Even the most die-hard CLI user will be more productive with a web UI in certain situations due to fundamental strengths of GUIs that ultimately are tied to traits inherent in humans.– Micah Linnemeier, UX designer at IBM
The bread and butter of a GUI is visual manipulation of screen space and the ability to utilize a mouse or clicking. Two things that come much more naturally, and much faster to humans than typing: sight and touch.
We’ve already mentioned the next-level multi-color central graph, but GitKraken also has two side panels that add even more value to the user’s visual experience and allow for continuous context.
The Commit Panel is your hub for staging and committing changes.
The Left Panel shows branches, remotes, pull requests, stashes, tags, and submodules. You can easily filter files and other information by typing into the field at the top of the panel.
Your Mouse is Your Friend
Many of our users comment that they didn’t realize how much they missed using their mouse in the CLI until they experienced the functionality offered by hovering and clicking in GitKraken.
Furthermore, GitKraken does an incredible job of providing helpful, intuitive prompts for actions you can take at certain times during your workflow. Below are a few examples of some of our most popular functions.
Drag-and-drop one branch to another to generate a list of possible user actions like merging, rebasing, or a pull request from an integrated repo.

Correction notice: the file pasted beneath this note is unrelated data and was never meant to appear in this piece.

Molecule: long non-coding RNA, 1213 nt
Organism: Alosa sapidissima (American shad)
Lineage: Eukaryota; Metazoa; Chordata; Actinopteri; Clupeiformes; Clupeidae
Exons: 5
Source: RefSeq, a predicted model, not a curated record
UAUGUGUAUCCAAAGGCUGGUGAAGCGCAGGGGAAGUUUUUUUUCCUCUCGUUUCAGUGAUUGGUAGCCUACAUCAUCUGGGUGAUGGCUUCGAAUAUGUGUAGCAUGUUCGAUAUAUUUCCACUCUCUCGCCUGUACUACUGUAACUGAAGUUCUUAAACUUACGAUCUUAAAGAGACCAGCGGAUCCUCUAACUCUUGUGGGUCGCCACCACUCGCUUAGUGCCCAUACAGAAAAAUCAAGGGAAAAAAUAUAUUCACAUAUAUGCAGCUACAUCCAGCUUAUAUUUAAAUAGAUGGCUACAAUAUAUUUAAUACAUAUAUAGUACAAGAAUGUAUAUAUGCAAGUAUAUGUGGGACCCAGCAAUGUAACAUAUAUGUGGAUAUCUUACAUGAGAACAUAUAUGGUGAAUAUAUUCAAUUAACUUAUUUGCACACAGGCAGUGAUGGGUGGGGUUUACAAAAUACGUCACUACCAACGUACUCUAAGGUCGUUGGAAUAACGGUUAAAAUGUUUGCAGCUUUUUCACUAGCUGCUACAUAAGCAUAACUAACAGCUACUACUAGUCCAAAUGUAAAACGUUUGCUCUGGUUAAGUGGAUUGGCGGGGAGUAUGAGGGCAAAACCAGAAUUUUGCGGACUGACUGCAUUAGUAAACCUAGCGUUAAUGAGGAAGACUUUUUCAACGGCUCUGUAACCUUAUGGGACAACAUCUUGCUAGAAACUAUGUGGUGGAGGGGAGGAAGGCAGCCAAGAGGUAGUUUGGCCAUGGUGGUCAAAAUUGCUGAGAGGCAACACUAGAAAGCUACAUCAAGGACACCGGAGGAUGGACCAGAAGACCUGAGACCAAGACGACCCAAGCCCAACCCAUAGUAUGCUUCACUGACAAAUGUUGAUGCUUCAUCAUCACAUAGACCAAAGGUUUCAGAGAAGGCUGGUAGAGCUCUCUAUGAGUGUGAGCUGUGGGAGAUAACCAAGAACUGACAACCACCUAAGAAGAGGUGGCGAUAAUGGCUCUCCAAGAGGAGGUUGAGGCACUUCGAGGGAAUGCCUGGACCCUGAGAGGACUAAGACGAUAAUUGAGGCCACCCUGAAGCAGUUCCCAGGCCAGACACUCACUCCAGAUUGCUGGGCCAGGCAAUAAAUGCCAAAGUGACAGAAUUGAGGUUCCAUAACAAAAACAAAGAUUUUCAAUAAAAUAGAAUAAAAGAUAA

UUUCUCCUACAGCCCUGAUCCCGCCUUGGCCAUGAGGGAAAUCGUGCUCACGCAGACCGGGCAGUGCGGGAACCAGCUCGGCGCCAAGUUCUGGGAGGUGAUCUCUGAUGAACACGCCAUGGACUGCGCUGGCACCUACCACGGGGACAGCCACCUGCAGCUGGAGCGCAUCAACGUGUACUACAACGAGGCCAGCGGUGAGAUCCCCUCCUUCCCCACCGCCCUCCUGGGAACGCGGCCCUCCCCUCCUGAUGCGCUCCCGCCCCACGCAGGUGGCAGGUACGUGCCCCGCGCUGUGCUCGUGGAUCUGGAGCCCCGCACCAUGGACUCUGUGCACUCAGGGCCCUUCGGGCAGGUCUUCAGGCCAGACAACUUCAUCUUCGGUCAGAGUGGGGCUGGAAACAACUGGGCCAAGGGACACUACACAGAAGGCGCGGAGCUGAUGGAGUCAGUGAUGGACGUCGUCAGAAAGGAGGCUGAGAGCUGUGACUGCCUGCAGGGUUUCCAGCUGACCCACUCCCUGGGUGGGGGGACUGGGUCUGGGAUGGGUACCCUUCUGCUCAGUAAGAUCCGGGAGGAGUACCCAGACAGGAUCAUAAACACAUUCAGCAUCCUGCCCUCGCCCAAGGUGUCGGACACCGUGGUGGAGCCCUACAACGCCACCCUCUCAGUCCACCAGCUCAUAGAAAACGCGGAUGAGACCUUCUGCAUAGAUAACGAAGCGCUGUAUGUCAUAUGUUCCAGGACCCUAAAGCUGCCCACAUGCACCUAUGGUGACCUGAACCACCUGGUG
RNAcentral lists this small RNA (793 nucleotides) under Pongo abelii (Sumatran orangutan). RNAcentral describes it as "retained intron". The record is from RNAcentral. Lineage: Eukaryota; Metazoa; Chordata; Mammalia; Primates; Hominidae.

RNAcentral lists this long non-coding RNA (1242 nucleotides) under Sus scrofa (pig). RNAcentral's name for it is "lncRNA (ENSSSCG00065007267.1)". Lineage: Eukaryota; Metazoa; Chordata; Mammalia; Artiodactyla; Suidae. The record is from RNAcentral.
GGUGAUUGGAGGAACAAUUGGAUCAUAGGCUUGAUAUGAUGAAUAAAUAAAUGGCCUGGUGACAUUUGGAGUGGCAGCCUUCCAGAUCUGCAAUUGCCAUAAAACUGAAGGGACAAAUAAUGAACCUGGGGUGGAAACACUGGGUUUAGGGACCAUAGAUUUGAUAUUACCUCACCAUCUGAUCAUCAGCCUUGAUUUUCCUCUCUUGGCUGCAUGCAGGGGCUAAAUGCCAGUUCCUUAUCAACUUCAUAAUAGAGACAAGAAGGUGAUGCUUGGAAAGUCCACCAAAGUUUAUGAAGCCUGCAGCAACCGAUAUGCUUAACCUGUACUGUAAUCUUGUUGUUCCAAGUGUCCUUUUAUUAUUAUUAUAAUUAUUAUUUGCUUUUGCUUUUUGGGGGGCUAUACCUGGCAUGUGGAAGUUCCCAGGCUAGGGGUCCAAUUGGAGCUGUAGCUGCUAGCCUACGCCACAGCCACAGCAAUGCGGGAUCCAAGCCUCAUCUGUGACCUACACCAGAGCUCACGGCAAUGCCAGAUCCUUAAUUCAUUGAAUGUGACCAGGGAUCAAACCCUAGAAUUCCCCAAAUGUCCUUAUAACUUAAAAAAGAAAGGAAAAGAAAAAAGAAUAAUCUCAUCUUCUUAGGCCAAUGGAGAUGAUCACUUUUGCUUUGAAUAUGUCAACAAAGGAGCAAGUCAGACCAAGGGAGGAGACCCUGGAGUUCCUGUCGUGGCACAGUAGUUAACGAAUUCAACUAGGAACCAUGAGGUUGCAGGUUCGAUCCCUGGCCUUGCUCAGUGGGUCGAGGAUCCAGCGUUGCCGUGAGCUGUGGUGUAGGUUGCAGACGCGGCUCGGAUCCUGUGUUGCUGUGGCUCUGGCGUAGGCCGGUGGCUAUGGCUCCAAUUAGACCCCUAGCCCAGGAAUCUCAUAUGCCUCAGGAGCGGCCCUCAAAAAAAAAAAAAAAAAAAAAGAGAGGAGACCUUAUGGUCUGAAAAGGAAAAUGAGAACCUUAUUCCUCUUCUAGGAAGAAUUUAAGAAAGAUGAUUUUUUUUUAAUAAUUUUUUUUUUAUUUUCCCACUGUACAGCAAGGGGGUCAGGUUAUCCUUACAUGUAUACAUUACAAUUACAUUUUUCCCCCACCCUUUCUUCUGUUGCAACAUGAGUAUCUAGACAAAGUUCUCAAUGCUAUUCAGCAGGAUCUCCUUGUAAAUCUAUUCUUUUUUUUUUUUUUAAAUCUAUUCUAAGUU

The toolbar at the top of the GitKraken Git Client provides quick and easy access to several major commands including pushing and pulling. All you have to do is move and click your mouse!
We would be remiss if we didn’t mention the magical UNDO button here, which can be a lifesaver when you perform a merge incorrectly.
You can also access the shiny GLO button from your toolbar which allows users to swap over to our Glo Boards for task and issue tracking, without having to open another software program.
When you right-click on any commit, a drop-down menu of options will appear allowing you to create a branch, cherry pick, reset, or revert the commit. When you right-click on the top commit of a branch, you are given a drop-down menu with even more options.
Users can also right-click to view context on specific files or commits and access more features. Furthermore, you can right-click anywhere from the right Commit Panel to create new files.
- Hover Tooltips
GitKraken provides the ability to hover over many items in your dashboard to reveal extended information. Users can also hover over labels to see a list of all refs.
Any keyboard aficionados out there? Don’t worry, we didn’t forget about you! Our Fuzzy Finder was created specifically with you in mind and provides access to our extensive inventory of shortcuts when you click Ctrl + P for Windows and Linux, or Cmd + P on Mac.
Speaking of shortcuts, users can see a full list of all supported keyboard shortcuts by clicking Ctrl + /for Windows and Linux, or Cmd + / for Mac.
Life’s Too Short for the CLI
I sometimes encounter people who feel it’s “better” to use command line Git, but for very ill-defined reasons. These people may feel like they should work in the shell, even if it leads to Git-avoidance, frequent mistakes, or limiting themselves to a small set of ~3 Git commands. This is counterproductive.– Jenny Bryan, Software Engineer at RStudio & Adjunct Professor at the University of British Columbia
Listen to Jenny… It’s time to make the switch to the GitKraken Git GUI. Join more than one million users who have improved their workflow experience and increased productivity and team collaboration.